Grow for It! Kale and collards

By From page B10 | August 01, 2012

Heidi Napier


Kale and collards are two of the easiest vegetables to grow and they are delicious to eat. They are both members of the cabbage family (cruciferae), along with broccoli, Brussels sprouts, mustard and other vegetables.

They are two of the oldest known cultivated vegetables, having been grown by the Romans and Greeks more than 2,000 years ago.

Collards were thought to be good for the digestion and Julius Caesar ate them before big banquets. The Romans or the Celts took them to the rest of Europe, and from there, they spread to America with the colonists. They were grown extensively in the South and are still popular in southern cooking.

Food historians believe that collards were one of the main reasons that southern Blacks were so healthy. Ounce for ounce, collards and kale are the richest in vitamins and minerals of any vegetable, and they are low in calories and fat. Some recent research shows that they may help prevent some types of cancer.

Collards and kale tolerate almost any kind of weather, even winter temperatures down to 50 degrees F. Cold makes them sweeter by converting starches in the leaves to sugar, but they may become somewhat bitter in hot weather. If you want to start them by seed, late August is a good time; the plants can be set out in September and October along with broccoli, lettuce, peas and other winter vegetables. Set the plants about 18 inches apart; they get big. They prefer lots of organic matter in the soil, a slightly low pH (about 6), plenty of fertilizer and full sun.

The leaves can be harvested in about two months when they are about 10-18 inches long. It’s best to pick a few leaves off of each plant, and it will keep producing more for many months.

The plants will bolt in the spring and summer, but this doesn’t seem to hurt the flavor of the leaves.

Aphids, cabbage worms and birds may want to partake in your collards and kale; insecticidal soap kills aphids and is very safe to use, or you can wash them off with a blast of water. The cabbage worms should be hand picked. The ornamental kale with the ruffled leaves and white or purple center is easy to grow, decorative and good to eat.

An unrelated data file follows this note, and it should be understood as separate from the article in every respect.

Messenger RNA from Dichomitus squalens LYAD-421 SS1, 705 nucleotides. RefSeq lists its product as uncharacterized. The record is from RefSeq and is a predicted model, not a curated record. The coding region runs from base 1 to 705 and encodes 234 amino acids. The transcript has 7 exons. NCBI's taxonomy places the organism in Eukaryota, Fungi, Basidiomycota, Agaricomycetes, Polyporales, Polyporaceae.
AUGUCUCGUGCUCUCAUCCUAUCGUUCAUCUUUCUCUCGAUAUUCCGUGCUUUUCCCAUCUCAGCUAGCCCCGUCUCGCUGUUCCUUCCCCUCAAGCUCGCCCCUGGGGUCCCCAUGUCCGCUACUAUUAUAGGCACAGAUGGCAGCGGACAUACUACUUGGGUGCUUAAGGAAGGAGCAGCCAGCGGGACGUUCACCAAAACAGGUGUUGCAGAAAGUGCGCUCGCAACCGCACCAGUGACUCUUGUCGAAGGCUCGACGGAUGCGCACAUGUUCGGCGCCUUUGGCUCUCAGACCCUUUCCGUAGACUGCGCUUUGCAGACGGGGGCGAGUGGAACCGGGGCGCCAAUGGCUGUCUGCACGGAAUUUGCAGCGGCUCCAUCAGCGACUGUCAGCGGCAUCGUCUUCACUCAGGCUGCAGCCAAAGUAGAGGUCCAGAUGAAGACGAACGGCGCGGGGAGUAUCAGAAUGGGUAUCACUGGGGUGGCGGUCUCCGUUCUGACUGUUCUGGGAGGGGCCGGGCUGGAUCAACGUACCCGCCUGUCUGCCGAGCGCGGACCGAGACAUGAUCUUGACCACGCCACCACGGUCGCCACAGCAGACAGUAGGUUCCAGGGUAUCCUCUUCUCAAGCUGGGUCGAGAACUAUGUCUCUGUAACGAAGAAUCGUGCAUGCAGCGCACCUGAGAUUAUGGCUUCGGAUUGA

Collards and kale may be substituted for spinach in some recipes, but they have to be cooked 15-20 minutes rather than 30-60 seconds. Spinach turns to green mush if you cook it more than one minute, but kale and collards have a good texture and none of the bitterness of spinach and some other greens. The stems are very tough and should be removed before cooking. Some types of kale are good raw if you harvest the leaves when they are small. There are lots of great recipes available on the Internet.

Learn more about growing collards and kale and other vegetables at the Saturday, Aug. 4 Master Gardener class on “Fall and Winter Vegetables.” This free three-hour class starts at 9 a.m. and is held in the Veterans Memorial Building, 130 Placerville Drive in Placerville.

Master Gardeners are available to answer home gardening questions Tuesday through Friday, 9 a.m. to noon by calling 530-621-5512. Walk-ins are welcome. The office is located at 311 Fair Lane in Placerville.

For more information about the public education classes and activities, go to the Master Gardener Website at Sign up to receive the online notices and e-newsletter at Master Gardener is also on Facebook.

Do you have 1-gallon plant containers to recycle? Master Gardeners will gladly take them at the Master Gardener Office. Call before dropping them off and thank you for the donation.

Heidi Napier

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